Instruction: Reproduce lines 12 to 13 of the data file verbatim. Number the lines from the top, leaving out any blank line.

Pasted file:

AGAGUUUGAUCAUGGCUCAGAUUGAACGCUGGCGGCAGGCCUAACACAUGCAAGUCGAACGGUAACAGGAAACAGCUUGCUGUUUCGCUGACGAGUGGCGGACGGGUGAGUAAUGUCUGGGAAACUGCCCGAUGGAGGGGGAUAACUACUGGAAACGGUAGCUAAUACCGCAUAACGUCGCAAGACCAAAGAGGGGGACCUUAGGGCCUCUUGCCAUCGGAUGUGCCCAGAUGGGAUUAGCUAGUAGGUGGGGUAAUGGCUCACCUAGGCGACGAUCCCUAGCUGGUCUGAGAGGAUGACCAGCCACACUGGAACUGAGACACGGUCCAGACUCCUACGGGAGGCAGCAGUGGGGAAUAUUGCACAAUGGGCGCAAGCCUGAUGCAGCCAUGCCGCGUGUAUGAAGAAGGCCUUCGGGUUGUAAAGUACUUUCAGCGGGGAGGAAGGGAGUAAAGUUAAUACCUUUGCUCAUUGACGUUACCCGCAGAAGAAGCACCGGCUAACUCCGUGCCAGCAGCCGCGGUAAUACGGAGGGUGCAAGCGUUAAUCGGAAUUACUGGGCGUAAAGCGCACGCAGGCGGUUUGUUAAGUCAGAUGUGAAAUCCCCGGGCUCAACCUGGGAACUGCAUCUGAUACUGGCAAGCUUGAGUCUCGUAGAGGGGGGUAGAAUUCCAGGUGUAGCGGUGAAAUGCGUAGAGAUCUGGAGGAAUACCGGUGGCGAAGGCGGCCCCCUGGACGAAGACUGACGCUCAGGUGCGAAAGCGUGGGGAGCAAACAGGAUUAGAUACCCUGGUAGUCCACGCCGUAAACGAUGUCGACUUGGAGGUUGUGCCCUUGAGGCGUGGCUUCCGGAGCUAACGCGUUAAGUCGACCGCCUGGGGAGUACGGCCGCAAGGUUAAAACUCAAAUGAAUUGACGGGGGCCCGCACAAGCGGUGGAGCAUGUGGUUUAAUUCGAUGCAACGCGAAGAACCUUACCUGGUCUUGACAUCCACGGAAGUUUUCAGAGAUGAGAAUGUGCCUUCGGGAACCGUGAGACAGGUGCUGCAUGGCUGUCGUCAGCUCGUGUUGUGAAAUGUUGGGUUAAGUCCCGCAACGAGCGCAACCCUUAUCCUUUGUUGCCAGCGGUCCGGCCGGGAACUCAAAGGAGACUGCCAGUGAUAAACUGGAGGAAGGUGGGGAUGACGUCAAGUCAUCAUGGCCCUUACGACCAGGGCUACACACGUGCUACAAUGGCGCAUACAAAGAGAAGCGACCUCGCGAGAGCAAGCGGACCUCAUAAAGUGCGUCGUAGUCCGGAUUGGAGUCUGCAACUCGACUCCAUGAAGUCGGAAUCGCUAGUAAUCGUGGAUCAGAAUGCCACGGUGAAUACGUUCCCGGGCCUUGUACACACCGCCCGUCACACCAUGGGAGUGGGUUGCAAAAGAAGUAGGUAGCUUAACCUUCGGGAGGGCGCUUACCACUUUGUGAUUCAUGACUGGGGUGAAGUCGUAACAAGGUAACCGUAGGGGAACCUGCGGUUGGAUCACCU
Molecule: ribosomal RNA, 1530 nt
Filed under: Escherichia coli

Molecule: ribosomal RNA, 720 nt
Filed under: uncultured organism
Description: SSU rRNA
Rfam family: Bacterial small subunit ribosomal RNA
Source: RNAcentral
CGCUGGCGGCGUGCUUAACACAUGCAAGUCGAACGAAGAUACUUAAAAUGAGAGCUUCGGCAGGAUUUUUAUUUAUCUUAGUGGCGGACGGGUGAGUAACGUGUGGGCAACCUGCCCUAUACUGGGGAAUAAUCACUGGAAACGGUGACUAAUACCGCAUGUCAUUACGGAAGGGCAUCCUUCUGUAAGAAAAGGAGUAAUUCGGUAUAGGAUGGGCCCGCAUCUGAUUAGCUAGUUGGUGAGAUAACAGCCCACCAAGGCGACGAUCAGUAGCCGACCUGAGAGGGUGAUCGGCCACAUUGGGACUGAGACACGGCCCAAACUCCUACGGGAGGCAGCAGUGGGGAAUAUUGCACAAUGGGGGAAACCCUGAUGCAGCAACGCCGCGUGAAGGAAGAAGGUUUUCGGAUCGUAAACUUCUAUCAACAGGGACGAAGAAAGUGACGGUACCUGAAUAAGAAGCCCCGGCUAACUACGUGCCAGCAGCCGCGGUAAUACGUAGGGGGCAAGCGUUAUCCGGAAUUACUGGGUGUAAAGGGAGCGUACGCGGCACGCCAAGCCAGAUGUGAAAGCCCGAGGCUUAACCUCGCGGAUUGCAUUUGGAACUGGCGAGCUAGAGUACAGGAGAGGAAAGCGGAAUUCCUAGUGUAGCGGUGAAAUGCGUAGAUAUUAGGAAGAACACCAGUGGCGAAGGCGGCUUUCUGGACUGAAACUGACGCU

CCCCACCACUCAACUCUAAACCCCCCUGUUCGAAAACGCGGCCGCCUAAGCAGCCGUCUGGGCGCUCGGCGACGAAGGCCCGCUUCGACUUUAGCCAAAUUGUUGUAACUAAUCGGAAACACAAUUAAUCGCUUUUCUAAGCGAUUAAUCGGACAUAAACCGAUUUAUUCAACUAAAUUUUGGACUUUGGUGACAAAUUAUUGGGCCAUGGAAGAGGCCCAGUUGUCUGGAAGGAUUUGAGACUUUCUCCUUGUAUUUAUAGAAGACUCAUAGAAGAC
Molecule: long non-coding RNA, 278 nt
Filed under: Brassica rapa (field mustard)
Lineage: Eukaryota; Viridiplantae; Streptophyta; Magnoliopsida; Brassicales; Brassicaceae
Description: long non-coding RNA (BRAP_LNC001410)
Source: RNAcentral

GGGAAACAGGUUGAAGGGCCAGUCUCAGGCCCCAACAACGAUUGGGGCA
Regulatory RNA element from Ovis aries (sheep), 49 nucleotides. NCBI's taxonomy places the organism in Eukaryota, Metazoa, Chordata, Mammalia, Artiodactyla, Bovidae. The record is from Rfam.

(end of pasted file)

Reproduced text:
Filed under: Brassica rapa (field mustard)
Lineage: Eukaryota; Viridiplantae; Streptophyta; Magnoliopsida; Brassicales; Brassicaceae